The Justice Department on Friday articulated for the first time publicly that former close advisers to ex-Presidents may be immune from congressional testimony – though that doesn’t mean Donald Trump’s West Wing staff can avoid the House’s subpoenas related to January 6, 2021.
The DOJ position means that Mark Meadows and other top Trump White House officials might not be protected from civil litigation to force them to testify on Capitol Hill now that Trump is out of office and the House select committee bears down seeking information.
The department revealed its position in a court filing Friday in the lawsuit brought by Trump’s White House chief of staff Mark Meadows challenging House select committee’s subpoenas.
“The Select Committee has set forth in detail the information it seeks from Plaintiff (Meadows), and the importance of that evidence to the Select Committee’s work,” Justice Department lawyers wrote. “The Select Committee has demonstrated that such information is critical to its investigation.”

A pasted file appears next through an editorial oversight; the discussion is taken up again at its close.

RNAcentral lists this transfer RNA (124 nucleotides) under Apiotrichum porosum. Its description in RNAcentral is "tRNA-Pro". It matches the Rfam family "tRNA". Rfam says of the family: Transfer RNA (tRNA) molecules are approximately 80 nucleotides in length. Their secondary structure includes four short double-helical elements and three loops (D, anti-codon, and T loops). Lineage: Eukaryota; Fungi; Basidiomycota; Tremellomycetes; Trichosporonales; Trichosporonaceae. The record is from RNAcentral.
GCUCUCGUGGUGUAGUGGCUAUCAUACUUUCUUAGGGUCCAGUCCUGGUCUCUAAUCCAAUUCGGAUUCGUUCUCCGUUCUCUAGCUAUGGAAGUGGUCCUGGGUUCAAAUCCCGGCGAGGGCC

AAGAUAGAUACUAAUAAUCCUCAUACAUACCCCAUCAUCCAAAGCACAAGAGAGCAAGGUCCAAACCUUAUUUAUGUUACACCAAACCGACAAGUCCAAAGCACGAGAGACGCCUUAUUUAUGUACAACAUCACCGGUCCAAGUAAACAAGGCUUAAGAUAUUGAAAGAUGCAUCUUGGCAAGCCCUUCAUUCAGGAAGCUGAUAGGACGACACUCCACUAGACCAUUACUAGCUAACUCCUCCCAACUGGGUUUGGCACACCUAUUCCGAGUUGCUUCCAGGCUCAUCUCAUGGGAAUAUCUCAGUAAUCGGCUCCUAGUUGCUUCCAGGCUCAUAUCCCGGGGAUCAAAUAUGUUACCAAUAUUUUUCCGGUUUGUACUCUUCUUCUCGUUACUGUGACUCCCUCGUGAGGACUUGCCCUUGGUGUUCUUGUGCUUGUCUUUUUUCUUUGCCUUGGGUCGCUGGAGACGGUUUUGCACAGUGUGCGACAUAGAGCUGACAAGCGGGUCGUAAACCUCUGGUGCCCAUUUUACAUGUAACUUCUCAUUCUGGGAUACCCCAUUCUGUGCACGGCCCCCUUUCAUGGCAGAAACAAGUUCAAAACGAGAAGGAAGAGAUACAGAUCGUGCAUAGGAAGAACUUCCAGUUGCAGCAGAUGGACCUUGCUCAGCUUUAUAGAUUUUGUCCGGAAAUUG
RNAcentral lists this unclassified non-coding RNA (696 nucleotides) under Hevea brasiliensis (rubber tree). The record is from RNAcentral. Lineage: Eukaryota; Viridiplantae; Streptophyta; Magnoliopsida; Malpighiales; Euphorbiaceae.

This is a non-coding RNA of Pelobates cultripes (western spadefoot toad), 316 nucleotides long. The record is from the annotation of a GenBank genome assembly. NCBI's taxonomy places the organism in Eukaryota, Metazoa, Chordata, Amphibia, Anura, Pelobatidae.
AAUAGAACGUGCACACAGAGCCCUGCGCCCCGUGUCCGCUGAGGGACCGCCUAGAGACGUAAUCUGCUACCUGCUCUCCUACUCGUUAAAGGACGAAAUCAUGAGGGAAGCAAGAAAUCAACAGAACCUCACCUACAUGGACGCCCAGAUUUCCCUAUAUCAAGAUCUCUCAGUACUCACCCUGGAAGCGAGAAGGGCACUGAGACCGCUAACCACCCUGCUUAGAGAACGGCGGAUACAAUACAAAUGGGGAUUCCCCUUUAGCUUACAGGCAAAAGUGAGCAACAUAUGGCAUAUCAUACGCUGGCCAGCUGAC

While in office, Trump and his White House routinely cited an “absolute immunity” that would excuse them from showing up when Congress subpoenaed their testimony.
The Biden Justice Department still backs that protection for advisers of sitting presidents, citing the need to give the presidency some sphere of secrecy when Congress seeks information. But the department says the immunity claim isn’t as unimpeachable once a president leaves office.
The DOJ filing says advisers like Meadows who worked for former presidents could have what’s called “qualified immunity,” meaning the secrecy protections over their work while in office could fall away if Congress showed a need.
The question of how far immunity extends around the president has not been settled by the courts, and a trial-level judge has not weighed in yet in Meadows’ case.
But the DOJ’s choice is still a blow to Meadows – even after the department chose to not criminally charge him for failing to testify in the House investigation.